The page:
technique

Stove-top Popcorn

Back in college, my electric air popper was the highlight of my dorm floor, along with the beer die table residing at one end of the hall and the large screen TV at the other. I attracted my neighbors for study breaks (and post-beer die game drumunchies) with the aroma of freshly popping corn. I’ve graduated to not popping popcorn as a means of making new friends, and to using a regular old stove top and lidded pot to make the classic snack. Since my Stove-top Popcorn has impressed and puzzled many guests for Saturday afternoon snacks or movie night at our place, I thought I’d share how you too can make some, followed by a few ideas for yummy toppings.

Since I’ve been making popcorn this way, I have never had an un-popped kernel or burnt popcorn in a batch. I do, however, have occasional overflow of popped corn. But that is only a problem for…no one.

 We get our popping corn dried on the cob from Farmer Ted at Windflower Farm, but any bagged popping corn will do.

We get our popping corn dried on the cob from Farmer Ted at Windflower Farm, but any bagged popping corn will do.

What you need:

  • average sized stainless steel pot with a well-fitting lid (I use a 3.5QT pot)

  • cooking oil (canola & olive work best, but you can try others so long as they have a high smoke point)

  • popcorn kernels

  • salt

  • seasoning and flavorings (more on that below)

What you do:

Some seasoning ideas:

Of course you can go with the classic butter and salt topping, but I encourage you to try these variations and use your own creativity.

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  • Herb Butter: melt butter and mince up any herbs you have on hand, such as thyme, rosemary and parsley. Better yet, if you have some of my herb garlic butter in your freezer, just melt that and toss with your popcorn. Sprinkle with salt and serve.

  • Hot Honey Kettle Corn: Transfer the popped popcorn to a bowl and set aside. In the same pot, over low heat, melt a few tablespoons of butter. Add Mike’s hot honey (or any honey plus a couple teaspoons of dried chili flakes). Add the popcorn back to the pot and toss to coat. Transfer to a bowl. It will harden and get stickier as it cools.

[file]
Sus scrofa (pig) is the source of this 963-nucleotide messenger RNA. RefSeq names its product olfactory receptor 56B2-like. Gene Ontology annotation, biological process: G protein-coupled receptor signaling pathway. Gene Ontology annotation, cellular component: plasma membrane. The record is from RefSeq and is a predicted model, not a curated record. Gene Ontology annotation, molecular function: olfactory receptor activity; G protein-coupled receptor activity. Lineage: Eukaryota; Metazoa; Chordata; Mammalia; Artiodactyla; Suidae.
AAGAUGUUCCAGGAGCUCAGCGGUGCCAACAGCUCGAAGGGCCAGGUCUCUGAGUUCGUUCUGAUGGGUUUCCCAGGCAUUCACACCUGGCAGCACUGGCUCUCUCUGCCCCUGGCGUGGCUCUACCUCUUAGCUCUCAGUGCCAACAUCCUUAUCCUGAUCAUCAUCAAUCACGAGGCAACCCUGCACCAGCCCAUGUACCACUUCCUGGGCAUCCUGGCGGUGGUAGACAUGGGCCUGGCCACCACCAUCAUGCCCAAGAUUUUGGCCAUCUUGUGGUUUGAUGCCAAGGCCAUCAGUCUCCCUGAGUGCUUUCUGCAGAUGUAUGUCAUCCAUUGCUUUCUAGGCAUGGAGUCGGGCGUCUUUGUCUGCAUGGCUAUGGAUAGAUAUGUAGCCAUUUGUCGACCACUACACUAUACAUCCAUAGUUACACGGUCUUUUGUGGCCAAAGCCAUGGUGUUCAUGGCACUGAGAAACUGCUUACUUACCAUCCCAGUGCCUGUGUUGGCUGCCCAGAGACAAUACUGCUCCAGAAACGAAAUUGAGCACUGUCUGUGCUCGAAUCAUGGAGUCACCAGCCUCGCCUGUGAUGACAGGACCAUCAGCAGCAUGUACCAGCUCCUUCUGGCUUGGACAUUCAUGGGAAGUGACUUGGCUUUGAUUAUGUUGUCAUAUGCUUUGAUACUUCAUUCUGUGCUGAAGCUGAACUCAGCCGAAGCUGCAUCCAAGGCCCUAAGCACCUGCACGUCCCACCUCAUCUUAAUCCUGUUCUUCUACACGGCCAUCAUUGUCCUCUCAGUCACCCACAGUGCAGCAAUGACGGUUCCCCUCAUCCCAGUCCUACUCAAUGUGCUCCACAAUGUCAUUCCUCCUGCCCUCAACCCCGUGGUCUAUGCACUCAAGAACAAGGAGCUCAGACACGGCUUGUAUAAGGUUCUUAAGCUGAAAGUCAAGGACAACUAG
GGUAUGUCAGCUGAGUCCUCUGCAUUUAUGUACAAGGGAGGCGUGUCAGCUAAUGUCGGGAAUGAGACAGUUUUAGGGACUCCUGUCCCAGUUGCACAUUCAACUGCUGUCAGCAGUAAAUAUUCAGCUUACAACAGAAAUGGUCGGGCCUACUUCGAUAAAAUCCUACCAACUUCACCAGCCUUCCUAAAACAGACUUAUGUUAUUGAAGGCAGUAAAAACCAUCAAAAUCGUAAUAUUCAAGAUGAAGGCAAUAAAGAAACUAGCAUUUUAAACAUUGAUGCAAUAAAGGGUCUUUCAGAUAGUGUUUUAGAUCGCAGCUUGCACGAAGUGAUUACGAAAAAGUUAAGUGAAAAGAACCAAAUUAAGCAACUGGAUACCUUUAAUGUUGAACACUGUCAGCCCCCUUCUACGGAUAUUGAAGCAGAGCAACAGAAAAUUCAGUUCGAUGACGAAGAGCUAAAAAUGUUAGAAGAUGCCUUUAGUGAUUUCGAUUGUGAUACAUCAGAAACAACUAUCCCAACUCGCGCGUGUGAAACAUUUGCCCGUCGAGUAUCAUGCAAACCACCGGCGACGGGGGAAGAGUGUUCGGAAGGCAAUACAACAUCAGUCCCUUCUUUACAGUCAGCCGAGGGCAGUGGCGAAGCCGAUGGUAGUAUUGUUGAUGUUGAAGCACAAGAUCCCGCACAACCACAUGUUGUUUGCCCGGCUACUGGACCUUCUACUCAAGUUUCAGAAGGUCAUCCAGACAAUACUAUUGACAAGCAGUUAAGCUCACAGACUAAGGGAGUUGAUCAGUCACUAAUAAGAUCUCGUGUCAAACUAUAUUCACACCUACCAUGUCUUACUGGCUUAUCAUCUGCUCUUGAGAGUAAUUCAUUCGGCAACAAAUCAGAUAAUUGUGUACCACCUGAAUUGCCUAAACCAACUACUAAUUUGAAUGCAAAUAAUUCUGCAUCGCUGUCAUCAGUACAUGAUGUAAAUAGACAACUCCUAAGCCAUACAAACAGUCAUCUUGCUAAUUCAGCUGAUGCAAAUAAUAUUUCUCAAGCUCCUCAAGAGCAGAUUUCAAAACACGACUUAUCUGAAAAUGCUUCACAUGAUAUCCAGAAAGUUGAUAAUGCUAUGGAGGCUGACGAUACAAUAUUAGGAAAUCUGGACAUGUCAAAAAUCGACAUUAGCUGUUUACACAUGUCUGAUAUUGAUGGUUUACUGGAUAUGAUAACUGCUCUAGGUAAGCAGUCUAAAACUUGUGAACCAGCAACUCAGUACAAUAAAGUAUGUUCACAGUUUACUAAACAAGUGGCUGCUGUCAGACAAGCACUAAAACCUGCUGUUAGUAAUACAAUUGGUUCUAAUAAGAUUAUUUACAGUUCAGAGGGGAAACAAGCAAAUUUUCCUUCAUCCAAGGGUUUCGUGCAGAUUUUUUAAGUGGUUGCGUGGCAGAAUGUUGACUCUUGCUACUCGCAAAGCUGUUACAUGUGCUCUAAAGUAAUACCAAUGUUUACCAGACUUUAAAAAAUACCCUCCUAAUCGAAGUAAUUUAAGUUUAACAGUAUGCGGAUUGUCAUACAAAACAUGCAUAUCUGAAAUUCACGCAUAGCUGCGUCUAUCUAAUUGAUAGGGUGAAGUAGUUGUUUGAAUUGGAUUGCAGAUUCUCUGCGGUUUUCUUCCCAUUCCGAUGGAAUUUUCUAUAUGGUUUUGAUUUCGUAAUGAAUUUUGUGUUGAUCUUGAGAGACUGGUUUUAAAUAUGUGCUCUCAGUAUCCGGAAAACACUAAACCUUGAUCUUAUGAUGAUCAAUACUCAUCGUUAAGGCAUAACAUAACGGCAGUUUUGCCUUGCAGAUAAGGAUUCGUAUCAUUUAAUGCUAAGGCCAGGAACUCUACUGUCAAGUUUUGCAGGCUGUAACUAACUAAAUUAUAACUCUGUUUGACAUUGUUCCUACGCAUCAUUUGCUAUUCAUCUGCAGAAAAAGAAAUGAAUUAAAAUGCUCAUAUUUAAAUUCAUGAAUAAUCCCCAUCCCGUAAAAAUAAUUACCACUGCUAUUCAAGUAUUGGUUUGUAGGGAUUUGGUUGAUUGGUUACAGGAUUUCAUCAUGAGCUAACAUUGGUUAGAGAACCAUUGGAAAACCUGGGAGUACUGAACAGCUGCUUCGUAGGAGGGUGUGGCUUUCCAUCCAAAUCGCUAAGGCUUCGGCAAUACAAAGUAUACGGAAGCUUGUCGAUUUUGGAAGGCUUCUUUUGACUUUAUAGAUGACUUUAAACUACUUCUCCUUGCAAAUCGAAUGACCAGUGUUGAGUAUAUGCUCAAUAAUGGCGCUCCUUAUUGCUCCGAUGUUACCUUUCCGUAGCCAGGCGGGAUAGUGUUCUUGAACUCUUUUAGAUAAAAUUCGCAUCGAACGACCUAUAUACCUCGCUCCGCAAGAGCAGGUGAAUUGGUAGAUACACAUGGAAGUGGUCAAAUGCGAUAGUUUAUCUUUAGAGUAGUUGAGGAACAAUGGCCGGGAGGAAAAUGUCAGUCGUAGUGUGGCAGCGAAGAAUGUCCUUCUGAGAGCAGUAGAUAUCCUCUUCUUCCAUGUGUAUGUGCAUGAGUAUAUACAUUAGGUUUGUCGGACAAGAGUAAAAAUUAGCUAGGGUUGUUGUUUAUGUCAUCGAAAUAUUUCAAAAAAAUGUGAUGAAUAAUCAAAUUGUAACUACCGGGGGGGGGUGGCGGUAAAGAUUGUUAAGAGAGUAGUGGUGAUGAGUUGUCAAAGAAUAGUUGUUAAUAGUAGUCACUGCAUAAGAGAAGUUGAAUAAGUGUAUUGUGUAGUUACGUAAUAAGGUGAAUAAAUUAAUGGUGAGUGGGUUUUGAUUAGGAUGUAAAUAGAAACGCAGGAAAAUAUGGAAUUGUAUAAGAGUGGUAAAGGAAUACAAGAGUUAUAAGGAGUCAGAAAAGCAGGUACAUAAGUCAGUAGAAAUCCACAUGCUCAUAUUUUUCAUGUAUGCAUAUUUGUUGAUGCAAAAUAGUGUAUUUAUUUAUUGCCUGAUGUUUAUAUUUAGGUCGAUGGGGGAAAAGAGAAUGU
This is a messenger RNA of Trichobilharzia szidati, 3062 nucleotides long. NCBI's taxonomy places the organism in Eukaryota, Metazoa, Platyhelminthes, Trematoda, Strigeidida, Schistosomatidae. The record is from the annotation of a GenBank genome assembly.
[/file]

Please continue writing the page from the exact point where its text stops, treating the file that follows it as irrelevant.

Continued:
• Truffle Parmesan: Use olive oil or a combination of olive oil and truffle oil to pop the popcorn. Toss the popped popcorn in melted butter, then sprinkle with truffle salt, grated Parmesan and freshly cracked black pepper.

  • Salt and Pepper: ‘nuff said. Why does salt get all the attention when it comes to popcorn? Don’t leave out the black pepper.

  • Coconut Curry: Use coconut oil to pop the popcorn. Toss popped corn with a curry powder, madras curry or garam masala spice blend you enjoy.

  • Any spice mix plus salt and/or butter is a great addition to popped corn.

Cooking Beans from Scratch

Okay, so I’ll admit it, this post is not at all sexy, or even trendy and it might elicit some juvenile jokes about gas. But, I promise that if you learn how to cook beans properly and commit to making your own from scratch, you will actually keep that flatulence at bay…

Of course I use canned beans. They’re a fantastic convenience and as far as health is concerned, they are just as good for you as homemade, with the one distinction being sodium content. But scratch made beans — meaning cooked beans that started as dried — taste better and have superior texture. Cup for cup, they also cost less, and as an added bonus for us city-dwelling schleppers, dried beans are not as heavy to lug home from the grocery store. You can subtract the weight of the can and the cooking liquid. I know, but these are factors Brooklynites consider when it comes to making foods like beans and stock.

And since making beans from scratch is so simple and only requires a little advanced planning, water and a pot, why not? Go ahead, give your can opener a rest.

Steps to Cooking Beans from Scratch

Tips to cooking beans:

  • Soaking beans is essential. You will reduce cooking time, help them cook more evenly, and make them more digestible, eliminating the gassy effects many people experience with beans. Soak most beans for a minimum of 6 hours or overnight. If you’ll be soaking them longer than that (whoops, no time to cook them!), then give them fresh water, transfer to the fridge if they were out, and use within 2 days max. The idea is to get them to double in size after soaking. See image below.

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red kidney beans in 3 stages

1. The beans on the left are dried.

2. The beans in the middle were soaked overnight.

3. The beans on the right were pressure cooked for 5 minutes.

  • Adding salt at the beginning of the cooking process will make them more flavorful and more tender and will reduce the amount of salt you use in the dish later. Use 1/4 teaspoon to 1 cup DRIED beans (before soaking). There is much debate about salting beans during cooking. If you’re interested, read up here and here. So long as beans soaked before hand (and do not salt the soaking liquid), they will be soft enough to absorb salt from the cooking liquid and cook evenly from the beginning of the cooking process.